Website Localization – 7 Ways to Enhance your Multilingual Website User Experience

Website Localization – 7 Ways to Enhance your Multilingual Website User Experience

As a representative of your brand, the first people thing notice about your business is your website. They may not mind you not having an office in their region, but if the first-hand impression of your website isn’t up to the mark, you may end up losing an opportunity, much before you pitch for it.

Yes, websites and website experience have become as critical in the modern-day business environment. Hence, you cannot ignore their significance and put for your business to risk.

Website experience, regardless of whether you’ve got a unilingual website or a multilingual one, is crucial to the success of your business. It encourages the user to stay on your website for a longer time, explore it well, and thus increase the chances of contacting you or making an online purchase.

However, with multilingual websites, you must stay extra careful, and align it with your user expectations through the incorporation of some significant factors.

Delivering a multilingual website user experience helps you win the user’s trust, and stand a better chance of converting the prospect into a consumer. So, let us look at seven ways that will help you improve your multilingual website user experience.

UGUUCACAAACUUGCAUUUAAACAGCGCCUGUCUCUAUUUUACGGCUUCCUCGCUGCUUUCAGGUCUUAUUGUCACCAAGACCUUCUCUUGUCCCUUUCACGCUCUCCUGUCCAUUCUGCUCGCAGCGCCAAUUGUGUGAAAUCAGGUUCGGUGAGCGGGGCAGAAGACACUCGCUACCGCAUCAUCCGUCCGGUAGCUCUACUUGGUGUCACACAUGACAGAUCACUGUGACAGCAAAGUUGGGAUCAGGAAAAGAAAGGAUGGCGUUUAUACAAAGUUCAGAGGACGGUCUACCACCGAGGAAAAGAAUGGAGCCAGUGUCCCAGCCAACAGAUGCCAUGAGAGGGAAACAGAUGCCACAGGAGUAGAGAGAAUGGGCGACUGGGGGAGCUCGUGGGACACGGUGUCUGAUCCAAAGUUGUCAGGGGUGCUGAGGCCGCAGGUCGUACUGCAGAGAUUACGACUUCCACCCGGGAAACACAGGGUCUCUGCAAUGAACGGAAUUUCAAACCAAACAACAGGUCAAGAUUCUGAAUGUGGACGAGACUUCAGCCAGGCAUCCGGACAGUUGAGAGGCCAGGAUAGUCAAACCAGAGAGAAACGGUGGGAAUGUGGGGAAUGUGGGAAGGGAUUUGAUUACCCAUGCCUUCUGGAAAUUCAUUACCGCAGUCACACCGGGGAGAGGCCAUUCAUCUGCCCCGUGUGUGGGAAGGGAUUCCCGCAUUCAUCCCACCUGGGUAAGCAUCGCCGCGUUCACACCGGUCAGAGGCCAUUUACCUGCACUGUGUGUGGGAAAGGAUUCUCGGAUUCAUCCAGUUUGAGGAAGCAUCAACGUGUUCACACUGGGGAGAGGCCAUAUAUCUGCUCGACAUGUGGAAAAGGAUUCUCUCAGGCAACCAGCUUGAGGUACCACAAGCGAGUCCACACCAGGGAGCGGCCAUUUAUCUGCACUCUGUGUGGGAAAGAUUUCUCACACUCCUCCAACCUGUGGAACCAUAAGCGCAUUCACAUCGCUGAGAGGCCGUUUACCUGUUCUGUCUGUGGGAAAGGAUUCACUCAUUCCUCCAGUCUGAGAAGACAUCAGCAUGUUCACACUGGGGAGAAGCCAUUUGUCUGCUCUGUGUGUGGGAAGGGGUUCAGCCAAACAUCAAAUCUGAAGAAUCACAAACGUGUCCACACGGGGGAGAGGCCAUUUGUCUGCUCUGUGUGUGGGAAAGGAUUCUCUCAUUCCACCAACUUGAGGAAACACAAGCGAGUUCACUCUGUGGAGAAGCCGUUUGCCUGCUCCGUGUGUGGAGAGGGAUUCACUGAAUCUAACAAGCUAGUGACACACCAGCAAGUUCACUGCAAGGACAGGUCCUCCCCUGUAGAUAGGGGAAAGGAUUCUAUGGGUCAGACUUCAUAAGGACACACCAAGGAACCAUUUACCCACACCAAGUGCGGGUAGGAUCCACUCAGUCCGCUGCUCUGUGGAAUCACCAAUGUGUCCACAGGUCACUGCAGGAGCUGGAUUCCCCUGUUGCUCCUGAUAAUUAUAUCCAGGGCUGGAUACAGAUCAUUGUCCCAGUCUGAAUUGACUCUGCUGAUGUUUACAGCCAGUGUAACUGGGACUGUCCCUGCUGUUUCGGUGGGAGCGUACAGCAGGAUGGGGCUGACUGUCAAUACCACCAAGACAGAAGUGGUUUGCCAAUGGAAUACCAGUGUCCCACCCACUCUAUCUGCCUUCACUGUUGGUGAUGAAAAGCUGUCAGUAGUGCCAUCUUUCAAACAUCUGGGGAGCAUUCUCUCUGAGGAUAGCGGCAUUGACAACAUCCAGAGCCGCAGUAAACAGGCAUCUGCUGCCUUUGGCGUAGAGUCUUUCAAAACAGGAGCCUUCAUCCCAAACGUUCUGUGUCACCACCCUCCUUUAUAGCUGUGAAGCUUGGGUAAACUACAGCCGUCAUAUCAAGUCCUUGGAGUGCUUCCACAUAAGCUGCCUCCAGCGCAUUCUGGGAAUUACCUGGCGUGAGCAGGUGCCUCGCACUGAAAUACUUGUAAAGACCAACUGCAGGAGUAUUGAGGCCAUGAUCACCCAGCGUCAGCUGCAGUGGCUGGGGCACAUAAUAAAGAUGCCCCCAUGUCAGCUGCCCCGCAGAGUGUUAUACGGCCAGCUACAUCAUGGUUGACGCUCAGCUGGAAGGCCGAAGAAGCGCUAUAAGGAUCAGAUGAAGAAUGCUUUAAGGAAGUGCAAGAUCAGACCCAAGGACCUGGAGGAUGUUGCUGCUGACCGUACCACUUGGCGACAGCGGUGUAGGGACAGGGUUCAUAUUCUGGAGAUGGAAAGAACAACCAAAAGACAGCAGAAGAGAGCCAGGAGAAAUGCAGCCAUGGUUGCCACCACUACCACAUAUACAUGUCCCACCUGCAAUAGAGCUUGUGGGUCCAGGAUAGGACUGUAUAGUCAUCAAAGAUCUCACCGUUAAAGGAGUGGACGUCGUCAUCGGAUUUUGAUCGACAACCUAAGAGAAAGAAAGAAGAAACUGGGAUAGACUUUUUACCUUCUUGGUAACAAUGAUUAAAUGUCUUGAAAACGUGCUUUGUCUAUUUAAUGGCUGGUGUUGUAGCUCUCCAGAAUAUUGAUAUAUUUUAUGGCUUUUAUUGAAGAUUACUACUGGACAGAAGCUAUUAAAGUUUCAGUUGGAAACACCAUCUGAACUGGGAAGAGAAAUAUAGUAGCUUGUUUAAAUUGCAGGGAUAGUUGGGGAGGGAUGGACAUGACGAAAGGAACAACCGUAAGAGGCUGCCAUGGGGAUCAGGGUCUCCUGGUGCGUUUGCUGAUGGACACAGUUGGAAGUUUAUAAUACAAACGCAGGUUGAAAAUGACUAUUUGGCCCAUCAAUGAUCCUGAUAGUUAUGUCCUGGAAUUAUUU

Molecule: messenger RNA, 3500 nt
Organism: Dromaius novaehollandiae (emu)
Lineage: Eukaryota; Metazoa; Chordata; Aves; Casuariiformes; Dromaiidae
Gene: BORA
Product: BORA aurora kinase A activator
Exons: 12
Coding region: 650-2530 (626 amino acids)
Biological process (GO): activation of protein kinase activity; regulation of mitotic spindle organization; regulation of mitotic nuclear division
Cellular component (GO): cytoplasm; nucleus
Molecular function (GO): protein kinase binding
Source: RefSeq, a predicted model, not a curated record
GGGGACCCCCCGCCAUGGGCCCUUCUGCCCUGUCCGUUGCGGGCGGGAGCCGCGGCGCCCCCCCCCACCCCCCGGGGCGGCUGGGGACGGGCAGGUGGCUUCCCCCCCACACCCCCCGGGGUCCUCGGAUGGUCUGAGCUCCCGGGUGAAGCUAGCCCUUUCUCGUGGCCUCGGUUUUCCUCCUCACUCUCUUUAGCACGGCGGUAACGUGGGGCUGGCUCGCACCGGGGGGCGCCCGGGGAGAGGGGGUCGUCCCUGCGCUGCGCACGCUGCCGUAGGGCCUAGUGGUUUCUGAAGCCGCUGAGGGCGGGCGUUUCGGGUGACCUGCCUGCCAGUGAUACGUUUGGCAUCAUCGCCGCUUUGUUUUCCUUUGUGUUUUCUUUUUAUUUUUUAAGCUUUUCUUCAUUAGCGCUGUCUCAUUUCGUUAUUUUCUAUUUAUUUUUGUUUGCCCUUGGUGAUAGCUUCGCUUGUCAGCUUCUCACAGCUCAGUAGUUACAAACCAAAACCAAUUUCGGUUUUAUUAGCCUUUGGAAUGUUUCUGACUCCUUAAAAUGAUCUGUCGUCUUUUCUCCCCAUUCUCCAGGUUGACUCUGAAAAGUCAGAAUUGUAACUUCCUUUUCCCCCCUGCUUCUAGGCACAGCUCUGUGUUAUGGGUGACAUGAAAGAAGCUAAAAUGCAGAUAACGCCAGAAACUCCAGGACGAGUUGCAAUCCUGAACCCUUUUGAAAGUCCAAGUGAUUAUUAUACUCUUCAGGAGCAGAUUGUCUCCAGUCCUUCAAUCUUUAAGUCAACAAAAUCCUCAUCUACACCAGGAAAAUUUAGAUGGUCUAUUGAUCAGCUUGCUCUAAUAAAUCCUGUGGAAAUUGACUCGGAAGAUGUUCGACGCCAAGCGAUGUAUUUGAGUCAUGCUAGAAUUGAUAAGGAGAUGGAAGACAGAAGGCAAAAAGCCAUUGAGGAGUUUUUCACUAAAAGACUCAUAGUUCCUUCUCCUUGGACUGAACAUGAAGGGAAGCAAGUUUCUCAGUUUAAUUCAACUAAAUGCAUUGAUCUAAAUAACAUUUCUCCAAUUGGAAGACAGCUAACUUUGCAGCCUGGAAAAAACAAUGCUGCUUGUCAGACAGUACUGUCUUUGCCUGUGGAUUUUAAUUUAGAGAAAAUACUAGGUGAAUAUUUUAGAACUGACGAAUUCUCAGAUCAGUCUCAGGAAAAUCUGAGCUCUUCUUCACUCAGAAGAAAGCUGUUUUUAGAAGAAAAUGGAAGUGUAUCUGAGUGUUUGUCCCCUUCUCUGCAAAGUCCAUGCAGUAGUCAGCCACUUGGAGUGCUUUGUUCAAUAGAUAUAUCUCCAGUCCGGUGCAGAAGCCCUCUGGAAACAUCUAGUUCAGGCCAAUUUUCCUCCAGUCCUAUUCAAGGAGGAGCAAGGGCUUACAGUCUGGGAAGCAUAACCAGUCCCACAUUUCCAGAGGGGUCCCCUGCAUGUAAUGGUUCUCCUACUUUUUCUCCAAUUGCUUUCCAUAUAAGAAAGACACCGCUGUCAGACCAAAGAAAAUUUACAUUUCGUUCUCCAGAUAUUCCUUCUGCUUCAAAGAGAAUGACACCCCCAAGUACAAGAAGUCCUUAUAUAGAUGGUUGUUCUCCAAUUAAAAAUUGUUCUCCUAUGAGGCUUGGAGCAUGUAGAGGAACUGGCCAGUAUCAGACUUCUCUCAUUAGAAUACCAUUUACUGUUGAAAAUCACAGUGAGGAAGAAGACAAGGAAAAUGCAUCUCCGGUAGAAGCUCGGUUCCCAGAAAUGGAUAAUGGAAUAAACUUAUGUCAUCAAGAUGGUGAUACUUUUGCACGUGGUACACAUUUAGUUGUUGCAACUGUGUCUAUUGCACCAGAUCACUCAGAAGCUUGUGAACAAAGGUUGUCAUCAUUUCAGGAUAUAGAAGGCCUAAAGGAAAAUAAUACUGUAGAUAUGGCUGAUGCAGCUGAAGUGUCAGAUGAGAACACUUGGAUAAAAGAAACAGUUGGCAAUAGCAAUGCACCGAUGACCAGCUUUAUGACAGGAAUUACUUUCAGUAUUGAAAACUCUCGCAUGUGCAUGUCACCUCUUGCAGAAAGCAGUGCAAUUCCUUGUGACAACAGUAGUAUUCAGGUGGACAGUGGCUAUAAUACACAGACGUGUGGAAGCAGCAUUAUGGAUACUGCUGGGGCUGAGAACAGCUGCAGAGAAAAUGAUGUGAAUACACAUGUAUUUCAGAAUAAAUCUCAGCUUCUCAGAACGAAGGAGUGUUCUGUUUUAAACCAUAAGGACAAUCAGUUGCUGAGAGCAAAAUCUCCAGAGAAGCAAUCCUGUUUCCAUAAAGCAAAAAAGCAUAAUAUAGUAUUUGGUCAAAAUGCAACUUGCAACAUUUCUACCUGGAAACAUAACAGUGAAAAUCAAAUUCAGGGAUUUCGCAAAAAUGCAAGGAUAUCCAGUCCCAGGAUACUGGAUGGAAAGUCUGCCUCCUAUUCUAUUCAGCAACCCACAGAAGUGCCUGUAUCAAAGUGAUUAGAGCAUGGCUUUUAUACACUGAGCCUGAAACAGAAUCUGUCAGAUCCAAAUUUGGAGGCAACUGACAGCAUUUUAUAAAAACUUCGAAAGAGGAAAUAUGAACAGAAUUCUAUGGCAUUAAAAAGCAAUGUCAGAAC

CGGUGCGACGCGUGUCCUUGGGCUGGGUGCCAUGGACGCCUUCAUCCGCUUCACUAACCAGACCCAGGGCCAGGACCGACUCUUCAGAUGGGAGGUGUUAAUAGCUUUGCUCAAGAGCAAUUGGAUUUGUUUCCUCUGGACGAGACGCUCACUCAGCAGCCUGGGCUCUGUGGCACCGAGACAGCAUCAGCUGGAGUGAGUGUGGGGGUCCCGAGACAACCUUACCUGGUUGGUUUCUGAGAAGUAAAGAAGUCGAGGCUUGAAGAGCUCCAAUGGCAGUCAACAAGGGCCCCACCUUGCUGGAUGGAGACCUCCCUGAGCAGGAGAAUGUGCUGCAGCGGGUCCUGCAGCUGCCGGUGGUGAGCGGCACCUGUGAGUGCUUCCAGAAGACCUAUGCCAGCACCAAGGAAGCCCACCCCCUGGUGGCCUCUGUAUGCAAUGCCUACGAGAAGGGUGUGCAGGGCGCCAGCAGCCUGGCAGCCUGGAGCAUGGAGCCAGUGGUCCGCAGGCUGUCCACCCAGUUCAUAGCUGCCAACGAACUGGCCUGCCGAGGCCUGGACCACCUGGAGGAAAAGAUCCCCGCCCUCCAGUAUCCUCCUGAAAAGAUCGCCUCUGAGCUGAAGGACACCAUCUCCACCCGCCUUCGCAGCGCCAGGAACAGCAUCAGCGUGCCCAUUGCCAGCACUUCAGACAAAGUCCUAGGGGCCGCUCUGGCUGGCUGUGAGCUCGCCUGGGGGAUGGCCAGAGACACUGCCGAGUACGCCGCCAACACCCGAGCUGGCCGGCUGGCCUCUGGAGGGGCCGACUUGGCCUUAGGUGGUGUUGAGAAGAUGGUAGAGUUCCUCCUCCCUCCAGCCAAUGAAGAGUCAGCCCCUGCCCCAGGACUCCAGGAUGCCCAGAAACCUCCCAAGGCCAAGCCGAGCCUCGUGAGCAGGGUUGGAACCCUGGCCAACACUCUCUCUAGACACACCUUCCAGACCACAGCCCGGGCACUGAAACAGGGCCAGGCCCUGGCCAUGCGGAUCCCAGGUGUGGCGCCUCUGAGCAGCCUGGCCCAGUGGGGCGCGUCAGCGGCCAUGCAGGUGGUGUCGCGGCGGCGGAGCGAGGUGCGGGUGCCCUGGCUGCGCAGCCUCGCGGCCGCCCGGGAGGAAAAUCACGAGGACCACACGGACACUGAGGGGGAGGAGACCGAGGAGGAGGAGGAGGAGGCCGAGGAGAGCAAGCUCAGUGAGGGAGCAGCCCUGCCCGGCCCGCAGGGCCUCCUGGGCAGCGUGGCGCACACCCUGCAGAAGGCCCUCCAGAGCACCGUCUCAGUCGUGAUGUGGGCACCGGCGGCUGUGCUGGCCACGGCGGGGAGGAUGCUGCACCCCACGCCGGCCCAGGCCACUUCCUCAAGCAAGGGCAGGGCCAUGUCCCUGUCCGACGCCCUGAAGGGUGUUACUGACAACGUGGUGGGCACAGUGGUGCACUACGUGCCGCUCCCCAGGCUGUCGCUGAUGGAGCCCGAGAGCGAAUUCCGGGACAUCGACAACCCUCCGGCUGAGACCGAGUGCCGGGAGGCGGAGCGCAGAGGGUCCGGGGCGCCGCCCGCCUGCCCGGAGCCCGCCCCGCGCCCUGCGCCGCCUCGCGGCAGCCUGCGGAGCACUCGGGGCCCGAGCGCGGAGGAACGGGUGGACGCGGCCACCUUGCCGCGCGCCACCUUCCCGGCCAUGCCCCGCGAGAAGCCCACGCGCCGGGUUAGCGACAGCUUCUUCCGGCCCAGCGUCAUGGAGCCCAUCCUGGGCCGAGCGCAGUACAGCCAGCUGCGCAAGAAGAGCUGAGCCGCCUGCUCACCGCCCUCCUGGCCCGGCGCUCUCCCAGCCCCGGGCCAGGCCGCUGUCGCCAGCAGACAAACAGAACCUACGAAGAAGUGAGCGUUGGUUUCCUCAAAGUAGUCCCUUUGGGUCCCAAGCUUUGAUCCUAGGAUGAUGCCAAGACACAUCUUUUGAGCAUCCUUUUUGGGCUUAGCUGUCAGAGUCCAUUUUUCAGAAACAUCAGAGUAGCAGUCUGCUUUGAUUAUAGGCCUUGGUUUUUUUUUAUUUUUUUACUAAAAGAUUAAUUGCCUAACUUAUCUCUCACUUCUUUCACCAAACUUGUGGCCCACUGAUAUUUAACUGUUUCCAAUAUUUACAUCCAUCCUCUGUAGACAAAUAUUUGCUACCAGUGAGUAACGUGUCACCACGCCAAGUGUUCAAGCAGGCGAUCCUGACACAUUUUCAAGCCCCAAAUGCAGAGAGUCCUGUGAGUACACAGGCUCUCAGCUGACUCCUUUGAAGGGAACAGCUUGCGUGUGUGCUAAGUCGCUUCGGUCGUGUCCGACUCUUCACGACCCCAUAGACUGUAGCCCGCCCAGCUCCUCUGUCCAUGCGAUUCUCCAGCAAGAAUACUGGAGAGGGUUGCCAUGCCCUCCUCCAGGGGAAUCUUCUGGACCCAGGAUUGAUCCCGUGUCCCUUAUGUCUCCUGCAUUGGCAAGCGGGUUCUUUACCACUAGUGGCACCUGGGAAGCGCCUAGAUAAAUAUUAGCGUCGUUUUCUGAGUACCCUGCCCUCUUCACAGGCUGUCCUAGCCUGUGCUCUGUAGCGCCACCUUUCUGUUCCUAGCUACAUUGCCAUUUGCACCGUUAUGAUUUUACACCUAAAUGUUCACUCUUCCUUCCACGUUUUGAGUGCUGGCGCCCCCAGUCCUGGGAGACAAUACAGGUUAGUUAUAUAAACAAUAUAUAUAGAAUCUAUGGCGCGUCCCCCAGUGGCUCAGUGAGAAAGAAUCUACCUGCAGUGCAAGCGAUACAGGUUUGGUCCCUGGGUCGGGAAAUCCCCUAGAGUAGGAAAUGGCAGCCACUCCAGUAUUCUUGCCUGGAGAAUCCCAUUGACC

How to Improve User Experience of Multilingual Website

1. Increasing your Website Loading Speed

The journey of user experience begins from and depends on how quickly your website loads. The quicker your website loads, the longer you retain the user.

But, with multilingual websites, loading speed plays an even significant role and is a complex task to deal with. Why? It is because of the average internet speed that varies from country to country.

For instance, according to Ceoworld Magazine, the average internet speed in Taiwan is 85.02 Mbps. In Japan, it is 42.77 Mbps. On the other hand, the average internet speed in Venezuela is around 1.37 Mbps, and in Mexico, it is 6.02 Mbps.

Interestingly, these speeds also determine the patience levels of your users. A Venezuelan may have more patience while waiting for a website to load than that of Taiwanese, who is habitual to the highest internet speed in the world. So, a Venezuelan may not mind waiting for a few seconds for your website to load, but a longer wait time may frustrate a Taiwanese and he may leave your site.

Hence, before you launch your website in the target region, you must know the average internet speed and fine-tune your website, its design, layout, graphics, images, text, etc. to match the average loading speed of the country. It is the first step towards delivering fantastic user experience.

2. The Ease of Language Selection

Another significant factor that contributes to user experience is the ease of selecting languages on your website. As a multilingual website, and as someone who has invested in localization, you must simplify language selection broken down by the type for your users.

For instance, your website must give separate options for British English and American English to increase the content comfort of your users.